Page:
Weiss began by expressing gratitude toward tech CEOs, such as Facebook’s Mark Zuckerberg and Amazon’s Jeff Bezos, who agreed during testimony on Capitol Hill this week that elements of social media have become toxic to civil discourse — but she also urged them to “look inside their own houses.”
“The fact is, the reason that The New York Times and all of these newspapers around the world have been decimated is because of the products that they sit on top of,” Weiss said. “The reason that Twitter is the assigning editor of The New York Times is because the printing press isn’t the printing press anymore. It’s because the printing press is in each one of our pockets. These technologies have severed our relationships with the editors and the newspapers we used to rely on.
“What I meant in that letter when I wrote that Twitter is the assigning editor,” she continued, “what I mean by that is in order to do our job well, writers and editors, we need to have a level of bravery and thick skin and fearlessness. And when you’re living in fear of an online mob, you know, all it takes is a dozen people to repeat a lie about you — that you’re a racist, that you’re a transphobe, that you’re a bigot — for that lie to become true and that’s extremely dangerous.”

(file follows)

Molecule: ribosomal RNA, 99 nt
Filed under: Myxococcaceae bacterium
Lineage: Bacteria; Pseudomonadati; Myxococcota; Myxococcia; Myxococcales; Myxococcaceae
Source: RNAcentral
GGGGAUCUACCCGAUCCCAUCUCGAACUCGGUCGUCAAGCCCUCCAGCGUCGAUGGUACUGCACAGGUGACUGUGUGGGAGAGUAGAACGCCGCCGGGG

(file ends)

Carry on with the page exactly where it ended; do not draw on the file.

She then pivoted to the resignation of Times editorial page editor James Bennet after publishing an op-ed written by Sen. Tom Cotton, R-Ark., in which the senator called for the U.S. to deploy the military to quell nationwide riots.
The paper’s decision to publish the Cotton piece sparked a major backlash among Times employees.
“My boss got fired for running an op-ed by a sitting U.S. senator. Now you might say that Tom Cotton is detestable, that you disagree with him, but I don’t want to live in a world where the views of half of the country can’t be heard in the paper of record. And that, I fear, is where we’re heading.”
Weiss shocked the media landscape in mid-July with her stunning resignation letter to Times publisher A.G. Sulzberger, in which she wrote she was bullied by her own colleagues for her different point of view.
She explained that she joined the paper in 2017 to help offer a different perspective, as the Times’ “failure to anticipate the outcome of the 2016 election meant that it didn’t have a firm grasp of the country it covers,” and fixing that issue was critical.
“But the lessons that ought to have followed the election — lessons about the importance of understanding other Americans, the necessity of resisting tribalism, and the centrality of the free exchange of ideas to a democratic society — have not been learned,” Weiss wrote. “Instead, a new consensus has emerged in the press, but perhaps especially at this paper: that truth isn’t a process of collective discovery, but an orthodoxy already known to an enlightened few whose job is to inform everyone else.”